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Dr. Susan Sage Heinzelman, Director 2505 University Avenue, A4900, Burdine Hall 536, Austin Texas 78712 • 512-471-5765

Kareem Khubchandani

Core Faculty

2014-16 Embrey Foundation Postdoctoral Fellow in Women's and Gender Studies

Contact

Biography

Kareem Khubchandani is a PhD candidate in Performance Studies at Northwestern University completing his dissertation titled “Ishtyle: Queer Nightlife Performance in India and the South Asian Diaspora.”  His research interests broadly include LGBT Studies, social and vernacular dance practices, migrant populations, and ethnic/racial minorities.  He engages these themes and aesthetics in his performance practice through drag, storytelling, and spoken word.

WGS 356 • Intro To Feminist Rsch Methods

46180 • Fall 2015
Meets TTH 1100am-1230pm GAR 0.128
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Because gender, sexuality, and the lives of marginalized peoples have historically been obscured by traditional archives/ists, colonized by traditional research practices, and condescended to by disembodied researchers, a key project of women’s and gender studies has been to develop new archives, methods of research, and a lively discussion about the responsibility of researchers to our collaborators. In this course we will ask how feminism has restructured research. This course will prepare you to formulate a research prospectus and a methodology in order to undertake an article, conference paper, undergraduate thesis, or other similar project. In the process, we will examine various feminist research methods, question their assumptions, and practice articulating our relationships, as researchers, to these methods as well as to our projects. Through readings, field trips, and panels of UT-based researchers, we will become familiar with our local university and community resources and will learn about research methods including archival research, case studies, textual analysis, oral history, ethnography, digital resources, and activist research.

WGS 393 • Queer Nightlife

46245 • Fall 2015
Meets TH 1230pm-330pm BUR 214
(also listed as AMS 391 )
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Nightclubs allow for queer intimacies and erotic enactments that breach respectable scripts of race, gender, sexuality, and class.  Drugs, alcohol, music, and dance facilitate some sensory escape from regimes of heteronormativity, or in the very least, a necessary break from the drone of work.  But for many—sex workers, bartenders, bouncers, drag queens—the night is also work time.  Also, if we track geographies of the dancefloor, exhibitions of style, or bar décor and entertainment, we find that there are particular hierarchies of class, race, and gender functioning in spaces that we imagine as transgressive and/or inclusive.  This course offers an interdisciplinary approach to the study of nightlife, asking how sexual and gender dissidence is nurtured, affirmed, disciplined, and policed, in bars, discos, house parties, cabarets, bathhouses, cinema halls, and on the street. The first part of the semester will involve readings that historicize the emergence of queer subcultures, and the establishment of gay and lesbian bars.  We will also read ethnographies of more contemporary club spaces, and cultural analyses of social dance, drag performance, and DJ sets.  Together these readings will ground us in a political economy of queer nightlife, and help us identify a variety of subjects and practices associated with this subculture.  The second part of the semester will involve a series of workshops that build an archive of Austin’s queer nightlife: interviews with bar owners and performers; walking tours; ethnography and documentation of dance, music, style, décor; and material and digital archives.  Through these workshops, we will persistently ask where transgender people, people of color, women, working class folk, HIV positive people, and immigrant subjects fit into our conception of queer nightlife.  The course will culminate in a collaborative multimedia production, held in a nightclub space, where we will share with the university and Austin communities the archives of queer nightlife we have built as a class. Authors assigned include Esther Newton, Shane Vogel, Jack Halberstam, José Muñoz, Ramón Rivera-Servera, Chad Heap, Ara Wilson, Jafari Allen, E. Patrick Johnson, Marlon Bailey, Fiona Buckland, Martin Manalansan, Jeffrey McCune, Christine Hanhardt, Sam Delaney, Rochella Thorpe, Lauren Berlant, Rajinder Dudrah, George Chauncey, Richard Dyer, Alice Echols, Tim Lawrence, Ann Cvetkovich, Xavier Livermon, Sofian Merabet, Katie King, Tavia Nyong’o, and Susan Stryker.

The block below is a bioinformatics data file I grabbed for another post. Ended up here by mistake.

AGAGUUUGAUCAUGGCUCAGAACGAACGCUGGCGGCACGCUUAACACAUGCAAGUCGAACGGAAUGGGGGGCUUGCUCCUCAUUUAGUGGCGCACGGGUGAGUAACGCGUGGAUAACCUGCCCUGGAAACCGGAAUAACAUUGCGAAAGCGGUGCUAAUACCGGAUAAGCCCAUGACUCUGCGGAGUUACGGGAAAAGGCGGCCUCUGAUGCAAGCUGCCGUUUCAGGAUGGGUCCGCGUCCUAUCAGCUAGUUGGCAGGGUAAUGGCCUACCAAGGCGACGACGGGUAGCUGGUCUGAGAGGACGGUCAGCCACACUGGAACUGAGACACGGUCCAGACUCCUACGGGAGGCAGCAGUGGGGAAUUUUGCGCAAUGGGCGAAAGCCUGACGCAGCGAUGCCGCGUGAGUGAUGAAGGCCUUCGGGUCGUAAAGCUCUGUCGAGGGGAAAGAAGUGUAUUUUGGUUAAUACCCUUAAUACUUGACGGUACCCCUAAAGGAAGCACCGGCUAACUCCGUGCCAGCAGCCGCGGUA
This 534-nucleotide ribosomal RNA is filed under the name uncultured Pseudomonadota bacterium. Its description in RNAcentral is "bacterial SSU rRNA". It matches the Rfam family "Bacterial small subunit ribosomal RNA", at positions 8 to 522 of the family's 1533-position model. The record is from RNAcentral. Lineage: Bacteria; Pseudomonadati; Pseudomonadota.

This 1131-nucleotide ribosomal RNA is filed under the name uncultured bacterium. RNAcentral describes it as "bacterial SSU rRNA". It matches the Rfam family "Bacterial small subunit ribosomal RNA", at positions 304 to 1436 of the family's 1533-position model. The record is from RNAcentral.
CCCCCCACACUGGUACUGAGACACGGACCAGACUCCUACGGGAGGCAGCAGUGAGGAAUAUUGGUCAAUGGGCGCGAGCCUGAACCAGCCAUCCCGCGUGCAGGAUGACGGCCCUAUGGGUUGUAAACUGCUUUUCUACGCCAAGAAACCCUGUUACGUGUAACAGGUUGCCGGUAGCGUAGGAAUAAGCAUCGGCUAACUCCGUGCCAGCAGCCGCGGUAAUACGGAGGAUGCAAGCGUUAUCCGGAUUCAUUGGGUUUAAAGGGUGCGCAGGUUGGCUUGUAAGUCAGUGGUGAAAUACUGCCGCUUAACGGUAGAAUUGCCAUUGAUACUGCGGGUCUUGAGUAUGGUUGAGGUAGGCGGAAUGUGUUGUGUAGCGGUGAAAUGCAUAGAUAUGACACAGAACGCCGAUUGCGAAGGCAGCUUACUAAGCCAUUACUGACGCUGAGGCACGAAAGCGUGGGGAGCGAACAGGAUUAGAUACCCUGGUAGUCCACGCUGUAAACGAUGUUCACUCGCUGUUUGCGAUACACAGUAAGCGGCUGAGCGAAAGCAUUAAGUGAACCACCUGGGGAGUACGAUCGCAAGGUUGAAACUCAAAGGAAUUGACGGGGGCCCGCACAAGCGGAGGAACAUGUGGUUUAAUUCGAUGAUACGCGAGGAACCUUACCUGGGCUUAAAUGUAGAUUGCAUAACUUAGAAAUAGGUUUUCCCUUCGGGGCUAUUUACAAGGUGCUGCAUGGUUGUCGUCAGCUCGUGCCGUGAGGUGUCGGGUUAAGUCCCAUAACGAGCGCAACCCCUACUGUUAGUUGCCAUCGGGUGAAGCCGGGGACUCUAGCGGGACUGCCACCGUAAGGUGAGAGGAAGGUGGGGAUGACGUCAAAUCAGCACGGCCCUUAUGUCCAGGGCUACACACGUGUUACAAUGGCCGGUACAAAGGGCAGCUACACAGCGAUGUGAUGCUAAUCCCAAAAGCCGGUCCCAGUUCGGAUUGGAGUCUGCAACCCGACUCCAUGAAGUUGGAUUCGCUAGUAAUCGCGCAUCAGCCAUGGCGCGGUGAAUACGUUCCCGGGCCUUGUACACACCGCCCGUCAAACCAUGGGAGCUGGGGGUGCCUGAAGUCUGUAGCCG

WGS 379S • Senior Seminar

46785 • Spring 2015
Meets TTH 1100am-1230pm CLA 0.122
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Intensive study of selected topics in women's and gender studies.

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